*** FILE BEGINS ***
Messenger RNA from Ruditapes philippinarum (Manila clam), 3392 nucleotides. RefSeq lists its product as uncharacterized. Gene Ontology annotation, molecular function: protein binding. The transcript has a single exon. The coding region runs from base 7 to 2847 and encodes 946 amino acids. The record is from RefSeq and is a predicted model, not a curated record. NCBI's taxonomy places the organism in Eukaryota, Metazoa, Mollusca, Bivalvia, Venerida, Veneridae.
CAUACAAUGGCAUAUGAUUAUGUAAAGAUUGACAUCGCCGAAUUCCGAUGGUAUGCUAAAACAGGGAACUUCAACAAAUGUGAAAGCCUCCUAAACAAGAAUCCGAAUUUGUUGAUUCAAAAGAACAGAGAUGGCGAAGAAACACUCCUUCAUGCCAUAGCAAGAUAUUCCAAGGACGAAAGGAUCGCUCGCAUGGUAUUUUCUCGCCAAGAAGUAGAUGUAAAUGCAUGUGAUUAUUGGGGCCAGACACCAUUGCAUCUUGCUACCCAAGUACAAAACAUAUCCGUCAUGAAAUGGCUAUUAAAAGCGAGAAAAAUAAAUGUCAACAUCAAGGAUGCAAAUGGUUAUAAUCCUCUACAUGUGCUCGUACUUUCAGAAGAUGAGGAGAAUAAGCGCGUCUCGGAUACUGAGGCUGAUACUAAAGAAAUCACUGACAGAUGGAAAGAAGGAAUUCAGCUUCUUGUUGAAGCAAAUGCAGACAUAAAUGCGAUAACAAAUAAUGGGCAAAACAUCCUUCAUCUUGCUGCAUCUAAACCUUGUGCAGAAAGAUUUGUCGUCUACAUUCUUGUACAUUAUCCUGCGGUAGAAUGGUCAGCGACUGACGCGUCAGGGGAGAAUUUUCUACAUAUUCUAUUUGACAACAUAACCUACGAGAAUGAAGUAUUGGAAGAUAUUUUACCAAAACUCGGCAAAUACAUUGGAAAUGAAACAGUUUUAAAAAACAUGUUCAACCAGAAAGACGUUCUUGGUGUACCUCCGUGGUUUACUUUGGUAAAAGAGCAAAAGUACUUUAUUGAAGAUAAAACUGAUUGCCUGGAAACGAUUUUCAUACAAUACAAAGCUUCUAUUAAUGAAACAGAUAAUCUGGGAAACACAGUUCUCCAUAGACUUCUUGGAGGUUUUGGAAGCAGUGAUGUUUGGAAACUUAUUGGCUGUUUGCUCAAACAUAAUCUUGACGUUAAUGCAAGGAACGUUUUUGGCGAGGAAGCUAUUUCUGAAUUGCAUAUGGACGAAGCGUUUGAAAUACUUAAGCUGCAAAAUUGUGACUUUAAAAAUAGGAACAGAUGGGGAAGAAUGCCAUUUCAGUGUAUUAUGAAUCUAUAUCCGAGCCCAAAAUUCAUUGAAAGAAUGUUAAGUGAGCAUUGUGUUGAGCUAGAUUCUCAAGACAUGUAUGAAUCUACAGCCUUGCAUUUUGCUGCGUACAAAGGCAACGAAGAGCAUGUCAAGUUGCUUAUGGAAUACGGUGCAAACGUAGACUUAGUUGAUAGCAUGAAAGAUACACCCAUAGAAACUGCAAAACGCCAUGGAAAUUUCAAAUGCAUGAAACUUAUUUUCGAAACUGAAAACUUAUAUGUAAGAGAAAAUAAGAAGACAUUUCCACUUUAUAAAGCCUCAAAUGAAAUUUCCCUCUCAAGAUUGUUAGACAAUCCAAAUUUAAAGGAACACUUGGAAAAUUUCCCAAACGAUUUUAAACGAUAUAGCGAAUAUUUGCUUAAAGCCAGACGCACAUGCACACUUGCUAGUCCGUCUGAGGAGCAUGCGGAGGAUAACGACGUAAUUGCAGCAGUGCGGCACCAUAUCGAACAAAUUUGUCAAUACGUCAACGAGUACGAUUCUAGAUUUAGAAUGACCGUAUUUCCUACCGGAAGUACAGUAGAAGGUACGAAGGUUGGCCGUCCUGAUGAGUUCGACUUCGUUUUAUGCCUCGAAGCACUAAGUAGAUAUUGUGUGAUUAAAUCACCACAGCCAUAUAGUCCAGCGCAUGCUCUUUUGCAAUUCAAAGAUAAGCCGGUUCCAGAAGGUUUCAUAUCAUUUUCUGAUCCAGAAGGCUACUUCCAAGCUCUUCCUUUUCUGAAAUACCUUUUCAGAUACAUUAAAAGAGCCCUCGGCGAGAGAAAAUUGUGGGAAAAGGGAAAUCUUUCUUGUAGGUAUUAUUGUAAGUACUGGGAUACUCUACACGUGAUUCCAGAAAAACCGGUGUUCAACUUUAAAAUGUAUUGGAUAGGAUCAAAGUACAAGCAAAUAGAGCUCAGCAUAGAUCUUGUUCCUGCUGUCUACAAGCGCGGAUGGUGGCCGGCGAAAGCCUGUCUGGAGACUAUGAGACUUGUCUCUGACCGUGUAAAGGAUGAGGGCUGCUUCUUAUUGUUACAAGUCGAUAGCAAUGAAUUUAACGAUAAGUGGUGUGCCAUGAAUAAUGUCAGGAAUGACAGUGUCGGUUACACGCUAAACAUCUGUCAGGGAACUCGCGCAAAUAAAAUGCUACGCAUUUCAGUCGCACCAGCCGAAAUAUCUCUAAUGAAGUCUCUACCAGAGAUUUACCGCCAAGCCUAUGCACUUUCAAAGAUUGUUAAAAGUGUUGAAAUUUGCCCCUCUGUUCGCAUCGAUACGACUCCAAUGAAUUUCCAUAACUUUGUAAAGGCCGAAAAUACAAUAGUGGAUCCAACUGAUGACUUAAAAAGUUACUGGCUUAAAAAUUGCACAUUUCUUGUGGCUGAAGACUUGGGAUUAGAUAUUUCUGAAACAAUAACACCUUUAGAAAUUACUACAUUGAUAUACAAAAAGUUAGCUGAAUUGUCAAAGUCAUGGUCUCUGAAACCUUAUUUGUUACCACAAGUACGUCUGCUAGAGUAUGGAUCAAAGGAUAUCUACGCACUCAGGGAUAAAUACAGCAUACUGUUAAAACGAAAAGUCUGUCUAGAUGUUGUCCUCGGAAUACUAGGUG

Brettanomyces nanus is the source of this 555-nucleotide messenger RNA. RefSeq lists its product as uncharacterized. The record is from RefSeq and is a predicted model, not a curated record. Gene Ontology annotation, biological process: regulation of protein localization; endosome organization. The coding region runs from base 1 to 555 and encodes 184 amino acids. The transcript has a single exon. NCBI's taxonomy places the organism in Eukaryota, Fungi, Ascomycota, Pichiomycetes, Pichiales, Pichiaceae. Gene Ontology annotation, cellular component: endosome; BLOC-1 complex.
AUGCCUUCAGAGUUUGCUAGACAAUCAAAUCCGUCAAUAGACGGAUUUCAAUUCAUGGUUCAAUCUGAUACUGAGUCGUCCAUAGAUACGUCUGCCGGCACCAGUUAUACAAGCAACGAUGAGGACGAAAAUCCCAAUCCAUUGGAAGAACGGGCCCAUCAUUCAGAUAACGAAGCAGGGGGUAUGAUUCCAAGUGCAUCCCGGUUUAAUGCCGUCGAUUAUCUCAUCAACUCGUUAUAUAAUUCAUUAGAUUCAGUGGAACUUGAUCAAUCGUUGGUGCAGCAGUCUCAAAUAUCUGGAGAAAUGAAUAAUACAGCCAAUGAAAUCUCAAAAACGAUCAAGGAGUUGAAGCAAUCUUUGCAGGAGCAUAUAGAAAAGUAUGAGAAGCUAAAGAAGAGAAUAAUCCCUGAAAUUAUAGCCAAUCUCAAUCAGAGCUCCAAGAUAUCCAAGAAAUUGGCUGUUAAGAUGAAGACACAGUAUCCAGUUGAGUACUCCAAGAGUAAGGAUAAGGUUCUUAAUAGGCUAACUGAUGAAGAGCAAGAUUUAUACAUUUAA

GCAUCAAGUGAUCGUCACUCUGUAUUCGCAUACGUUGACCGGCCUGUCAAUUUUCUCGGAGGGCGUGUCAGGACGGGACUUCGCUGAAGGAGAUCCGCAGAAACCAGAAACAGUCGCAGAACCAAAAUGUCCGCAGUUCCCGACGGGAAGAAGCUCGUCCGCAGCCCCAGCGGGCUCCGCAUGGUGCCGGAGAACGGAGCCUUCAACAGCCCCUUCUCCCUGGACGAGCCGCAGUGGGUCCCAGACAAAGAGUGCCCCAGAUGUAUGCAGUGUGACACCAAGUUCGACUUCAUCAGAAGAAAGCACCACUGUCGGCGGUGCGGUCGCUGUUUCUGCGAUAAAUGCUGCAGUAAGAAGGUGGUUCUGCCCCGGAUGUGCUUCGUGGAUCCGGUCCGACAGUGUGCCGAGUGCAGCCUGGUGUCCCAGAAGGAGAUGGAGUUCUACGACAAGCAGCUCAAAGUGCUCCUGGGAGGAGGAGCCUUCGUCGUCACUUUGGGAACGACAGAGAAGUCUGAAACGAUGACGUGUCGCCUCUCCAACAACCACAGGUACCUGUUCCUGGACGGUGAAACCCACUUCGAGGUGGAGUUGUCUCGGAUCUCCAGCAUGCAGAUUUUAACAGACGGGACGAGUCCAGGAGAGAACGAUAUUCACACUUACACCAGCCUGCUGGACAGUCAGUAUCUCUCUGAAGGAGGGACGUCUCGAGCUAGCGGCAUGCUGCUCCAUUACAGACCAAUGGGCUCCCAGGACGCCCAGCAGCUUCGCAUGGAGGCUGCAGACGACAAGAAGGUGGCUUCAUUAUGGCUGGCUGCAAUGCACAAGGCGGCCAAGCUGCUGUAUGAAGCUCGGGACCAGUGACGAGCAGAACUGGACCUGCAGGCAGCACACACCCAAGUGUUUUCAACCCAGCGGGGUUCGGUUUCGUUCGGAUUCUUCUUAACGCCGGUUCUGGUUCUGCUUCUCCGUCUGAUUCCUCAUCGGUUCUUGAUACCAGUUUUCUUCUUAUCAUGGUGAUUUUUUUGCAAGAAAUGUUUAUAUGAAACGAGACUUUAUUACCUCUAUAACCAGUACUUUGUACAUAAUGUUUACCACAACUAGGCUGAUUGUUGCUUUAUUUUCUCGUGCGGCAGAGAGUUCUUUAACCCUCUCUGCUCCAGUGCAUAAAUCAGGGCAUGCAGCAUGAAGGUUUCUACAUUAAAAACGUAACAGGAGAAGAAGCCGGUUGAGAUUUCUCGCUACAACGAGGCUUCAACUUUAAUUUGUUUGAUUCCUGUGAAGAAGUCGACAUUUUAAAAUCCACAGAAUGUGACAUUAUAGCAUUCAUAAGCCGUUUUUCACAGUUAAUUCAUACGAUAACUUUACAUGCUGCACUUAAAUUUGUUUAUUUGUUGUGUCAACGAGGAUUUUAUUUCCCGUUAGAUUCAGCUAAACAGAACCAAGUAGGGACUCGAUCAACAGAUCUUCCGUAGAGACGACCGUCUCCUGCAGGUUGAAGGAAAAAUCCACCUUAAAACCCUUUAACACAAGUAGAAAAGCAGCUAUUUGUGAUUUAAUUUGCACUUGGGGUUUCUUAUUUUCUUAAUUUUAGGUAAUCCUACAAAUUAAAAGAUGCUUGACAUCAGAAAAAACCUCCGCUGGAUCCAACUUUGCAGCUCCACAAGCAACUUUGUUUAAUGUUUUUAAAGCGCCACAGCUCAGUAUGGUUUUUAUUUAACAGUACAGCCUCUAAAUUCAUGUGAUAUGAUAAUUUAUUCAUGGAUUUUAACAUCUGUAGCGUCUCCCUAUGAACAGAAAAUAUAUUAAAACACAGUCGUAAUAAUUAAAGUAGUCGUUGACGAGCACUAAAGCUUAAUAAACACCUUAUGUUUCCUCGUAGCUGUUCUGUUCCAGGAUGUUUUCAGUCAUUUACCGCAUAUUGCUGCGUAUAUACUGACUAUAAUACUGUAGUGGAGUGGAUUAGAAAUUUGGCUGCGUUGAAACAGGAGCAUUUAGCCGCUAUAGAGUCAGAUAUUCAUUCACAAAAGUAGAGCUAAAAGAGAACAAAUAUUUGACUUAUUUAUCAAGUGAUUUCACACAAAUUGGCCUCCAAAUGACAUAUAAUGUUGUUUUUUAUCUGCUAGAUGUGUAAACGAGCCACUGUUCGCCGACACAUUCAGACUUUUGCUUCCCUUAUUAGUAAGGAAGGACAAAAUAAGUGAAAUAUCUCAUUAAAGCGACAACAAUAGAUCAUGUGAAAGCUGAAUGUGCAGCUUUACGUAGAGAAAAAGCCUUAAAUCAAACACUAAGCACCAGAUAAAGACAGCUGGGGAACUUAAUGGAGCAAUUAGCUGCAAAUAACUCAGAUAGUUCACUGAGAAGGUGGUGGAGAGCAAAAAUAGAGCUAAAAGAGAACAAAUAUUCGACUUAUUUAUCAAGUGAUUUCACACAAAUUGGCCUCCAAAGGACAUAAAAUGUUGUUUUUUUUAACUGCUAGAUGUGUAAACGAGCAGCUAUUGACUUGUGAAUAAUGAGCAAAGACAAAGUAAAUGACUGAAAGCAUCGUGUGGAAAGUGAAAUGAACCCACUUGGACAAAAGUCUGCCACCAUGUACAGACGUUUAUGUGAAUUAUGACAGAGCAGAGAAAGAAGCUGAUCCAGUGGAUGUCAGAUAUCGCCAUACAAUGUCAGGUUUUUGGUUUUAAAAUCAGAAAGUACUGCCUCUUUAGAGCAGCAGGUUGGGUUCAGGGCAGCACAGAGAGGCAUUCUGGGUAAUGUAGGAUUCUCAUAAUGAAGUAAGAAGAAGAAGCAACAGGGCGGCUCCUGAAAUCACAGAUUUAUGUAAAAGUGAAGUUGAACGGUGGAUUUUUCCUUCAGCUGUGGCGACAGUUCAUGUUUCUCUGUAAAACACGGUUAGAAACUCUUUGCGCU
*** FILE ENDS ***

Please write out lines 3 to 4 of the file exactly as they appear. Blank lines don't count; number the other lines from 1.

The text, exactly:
Brettanomyces nanus is the source of this 555-nucleotide messenger RNA. RefSeq lists its product as uncharacterized. The record is from RefSeq and is a predicted model, not a curated record. Gene Ontology annotation, biological process: regulation of protein localization; endosome organization. The coding region runs from base 1 to 555 and encodes 184 amino acids. The transcript has a single exon. NCBI's taxonomy places the organism in Eukaryota, Fungi, Ascomycota, Pichiomycetes, Pichiales, Pichiaceae. Gene Ontology annotation, cellular component: endosome; BLOC-1 complex.
AUGCCUUCAGAGUUUGCUAGACAAUCAAAUCCGUCAAUAGACGGAUUUCAAUUCAUGGUUCAAUCUGAUACUGAGUCGUCCAUAGAUACGUCUGCCGGCACCAGUUAUACAAGCAACGAUGAGGACGAAAAUCCCAAUCCAUUGGAAGAACGGGCCCAUCAUUCAGAUAACGAAGCAGGGGGUAUGAUUCCAAGUGCAUCCCGGUUUAAUGCCGUCGAUUAUCUCAUCAACUCGUUAUAUAAUUCAUUAGAUUCAGUGGAACUUGAUCAAUCGUUGGUGCAGCAGUCUCAAAUAUCUGGAGAAAUGAAUAAUACAGCCAAUGAAAUCUCAAAAACGAUCAAGGAGUUGAAGCAAUCUUUGCAGGAGCAUAUAGAAAAGUAUGAGAAGCUAAAGAAGAGAAUAAUCCCUGAAAUUAUAGCCAAUCUCAAUCAGAGCUCCAAGAUAUCCAAGAAAUUGGCUGUUAAGAUGAAGACACAGUAUCCAGUUGAGUACUCCAAGAGUAAGGAUAAGGUUCUUAAUAGGCUAACUGAUGAAGAGCAAGAUUUAUACAUUUAA